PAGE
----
In the end I don´t think so. On the contrary: I will argue that there are good grounds of constitutional principle that make delaying the appointment an attractive proposition.
To begin with, this is an issue that also turns on constitutional arguments, even if it is not an issue that will be decided by judges. It will not be resolved by judges, because under the “political question doctrine” the procedural practice governing the internal workings of Congress are not generally subjected to constitutional scrutiny by Federal Courts. It is nonetheless an issue of principle, because what is at issue is a constitutionally appropriate understanding of the duties of constitutional actors. Furthermore neither constitutional text, nor, I will assume, modern precedent or established conventions provide determinative guidance on how the Senate should proceed here. But that does not mean that there are no constitutional principles at stake and that the tactical and strategic jockeying for political advantage by the parties is the only game in town.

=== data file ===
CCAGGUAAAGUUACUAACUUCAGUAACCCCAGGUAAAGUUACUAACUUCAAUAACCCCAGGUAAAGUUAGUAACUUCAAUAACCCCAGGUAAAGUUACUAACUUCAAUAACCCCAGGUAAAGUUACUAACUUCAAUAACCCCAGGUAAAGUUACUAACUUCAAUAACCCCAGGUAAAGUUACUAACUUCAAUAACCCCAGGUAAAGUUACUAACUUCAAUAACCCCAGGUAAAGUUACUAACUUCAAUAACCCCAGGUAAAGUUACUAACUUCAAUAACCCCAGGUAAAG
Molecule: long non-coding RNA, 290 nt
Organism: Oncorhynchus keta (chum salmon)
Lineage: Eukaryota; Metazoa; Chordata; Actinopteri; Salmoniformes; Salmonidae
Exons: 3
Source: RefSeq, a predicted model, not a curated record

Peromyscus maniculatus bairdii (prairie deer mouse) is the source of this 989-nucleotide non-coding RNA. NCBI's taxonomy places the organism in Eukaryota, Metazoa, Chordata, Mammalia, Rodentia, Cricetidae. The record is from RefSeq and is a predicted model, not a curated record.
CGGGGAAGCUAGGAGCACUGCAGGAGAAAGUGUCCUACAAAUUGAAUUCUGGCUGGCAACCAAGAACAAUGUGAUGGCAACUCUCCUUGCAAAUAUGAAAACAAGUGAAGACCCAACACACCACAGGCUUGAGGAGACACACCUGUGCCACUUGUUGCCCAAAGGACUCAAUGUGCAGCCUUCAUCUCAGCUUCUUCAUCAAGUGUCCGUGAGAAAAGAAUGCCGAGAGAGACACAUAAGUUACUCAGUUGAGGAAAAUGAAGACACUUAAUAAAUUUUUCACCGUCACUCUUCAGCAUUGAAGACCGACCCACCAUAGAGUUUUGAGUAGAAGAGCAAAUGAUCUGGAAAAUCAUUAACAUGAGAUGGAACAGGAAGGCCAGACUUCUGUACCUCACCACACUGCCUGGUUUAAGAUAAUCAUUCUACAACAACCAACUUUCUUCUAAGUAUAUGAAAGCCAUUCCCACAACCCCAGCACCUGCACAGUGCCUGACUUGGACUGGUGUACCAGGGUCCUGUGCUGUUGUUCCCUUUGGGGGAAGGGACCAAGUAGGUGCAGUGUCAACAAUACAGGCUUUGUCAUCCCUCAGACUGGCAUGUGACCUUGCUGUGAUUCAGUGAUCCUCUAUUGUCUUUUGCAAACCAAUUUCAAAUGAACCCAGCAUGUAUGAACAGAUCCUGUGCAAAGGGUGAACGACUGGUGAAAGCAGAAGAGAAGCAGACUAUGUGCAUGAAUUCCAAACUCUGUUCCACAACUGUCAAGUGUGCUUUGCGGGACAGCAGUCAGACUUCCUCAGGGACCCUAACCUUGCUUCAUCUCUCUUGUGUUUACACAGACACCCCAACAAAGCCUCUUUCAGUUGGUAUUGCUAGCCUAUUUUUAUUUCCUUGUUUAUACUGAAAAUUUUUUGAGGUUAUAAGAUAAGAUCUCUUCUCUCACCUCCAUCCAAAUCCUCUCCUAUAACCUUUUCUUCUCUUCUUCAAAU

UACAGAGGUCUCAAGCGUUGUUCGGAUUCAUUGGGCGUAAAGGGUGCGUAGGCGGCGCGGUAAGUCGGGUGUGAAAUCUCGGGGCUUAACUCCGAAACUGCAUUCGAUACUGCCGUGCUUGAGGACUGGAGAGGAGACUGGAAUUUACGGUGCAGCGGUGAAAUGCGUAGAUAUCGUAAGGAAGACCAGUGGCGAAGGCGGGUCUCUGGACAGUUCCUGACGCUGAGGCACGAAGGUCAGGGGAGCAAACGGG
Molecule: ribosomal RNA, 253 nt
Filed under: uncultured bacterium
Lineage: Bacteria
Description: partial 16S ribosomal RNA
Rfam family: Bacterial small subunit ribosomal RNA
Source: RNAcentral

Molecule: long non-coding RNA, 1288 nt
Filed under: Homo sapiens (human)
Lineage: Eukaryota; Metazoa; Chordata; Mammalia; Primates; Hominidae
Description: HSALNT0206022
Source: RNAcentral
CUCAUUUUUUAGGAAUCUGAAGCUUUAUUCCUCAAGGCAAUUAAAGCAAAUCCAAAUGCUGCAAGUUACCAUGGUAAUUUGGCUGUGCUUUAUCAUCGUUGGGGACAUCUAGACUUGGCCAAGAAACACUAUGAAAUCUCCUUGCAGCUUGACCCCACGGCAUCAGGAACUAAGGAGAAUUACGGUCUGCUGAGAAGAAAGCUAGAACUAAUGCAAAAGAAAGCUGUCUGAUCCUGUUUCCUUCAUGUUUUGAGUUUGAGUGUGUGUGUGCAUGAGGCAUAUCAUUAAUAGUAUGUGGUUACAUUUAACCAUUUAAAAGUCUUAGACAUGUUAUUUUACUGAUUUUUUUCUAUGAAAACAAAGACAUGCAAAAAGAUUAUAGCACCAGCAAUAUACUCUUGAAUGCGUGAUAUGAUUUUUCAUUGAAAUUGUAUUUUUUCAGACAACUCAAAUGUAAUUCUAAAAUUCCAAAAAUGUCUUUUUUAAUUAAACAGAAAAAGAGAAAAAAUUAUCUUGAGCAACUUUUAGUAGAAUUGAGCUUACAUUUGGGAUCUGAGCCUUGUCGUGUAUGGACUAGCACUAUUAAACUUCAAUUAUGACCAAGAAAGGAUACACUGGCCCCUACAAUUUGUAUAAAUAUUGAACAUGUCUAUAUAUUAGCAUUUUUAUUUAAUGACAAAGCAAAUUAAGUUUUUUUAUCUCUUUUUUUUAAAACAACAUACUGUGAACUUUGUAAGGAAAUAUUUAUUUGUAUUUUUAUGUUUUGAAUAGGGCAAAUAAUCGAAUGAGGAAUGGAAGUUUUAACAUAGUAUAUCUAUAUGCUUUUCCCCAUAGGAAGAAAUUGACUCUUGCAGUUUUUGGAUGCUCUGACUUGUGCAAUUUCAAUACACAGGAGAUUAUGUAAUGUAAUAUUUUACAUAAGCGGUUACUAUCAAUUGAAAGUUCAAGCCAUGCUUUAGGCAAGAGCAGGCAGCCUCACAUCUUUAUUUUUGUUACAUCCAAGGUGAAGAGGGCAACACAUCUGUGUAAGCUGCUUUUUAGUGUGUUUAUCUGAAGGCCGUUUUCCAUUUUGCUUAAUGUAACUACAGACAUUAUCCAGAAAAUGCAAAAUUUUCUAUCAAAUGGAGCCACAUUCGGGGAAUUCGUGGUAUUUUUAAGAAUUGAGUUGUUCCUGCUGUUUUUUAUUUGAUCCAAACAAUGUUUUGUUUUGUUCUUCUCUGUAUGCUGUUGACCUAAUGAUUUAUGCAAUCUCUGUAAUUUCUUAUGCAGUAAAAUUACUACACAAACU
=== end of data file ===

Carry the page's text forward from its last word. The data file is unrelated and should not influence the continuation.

Constitutional actors are under an obligation to ensure that they exercise their constitutional functions in a way that does not undermine the point and purpose of what they have been established for. If, for example, the vacancy on the Supreme Court were to seriously undermine its constitutional functioning, then the President and the Senate would be under a duty to exercise their powers in a way that would restore the effective functioning of the Supreme Court as soon as is compatible with the rigors of a carefully conducted appointments process. But of course the Supreme Court can function perfectly well with eight judges for a year. Only six judges are needed in order for the court to decide cases (28 U.S. Code § 1). Nor is it a problem that in some cases the court may divide evenly on a case, when there are only eight judges. The US S. Ct. would function like the German Federal Constitutional Court, where there are eight judges in each Senate as a matter of design: Absent a majority to overturn a decision, the decision of the previous decision-maker would be confirmed. A 5:3 decision would be needed to overturn the decision of lower courts. So concerns relating to ensuring the proper constitutional functioning of the Supreme Court are not a serious issue.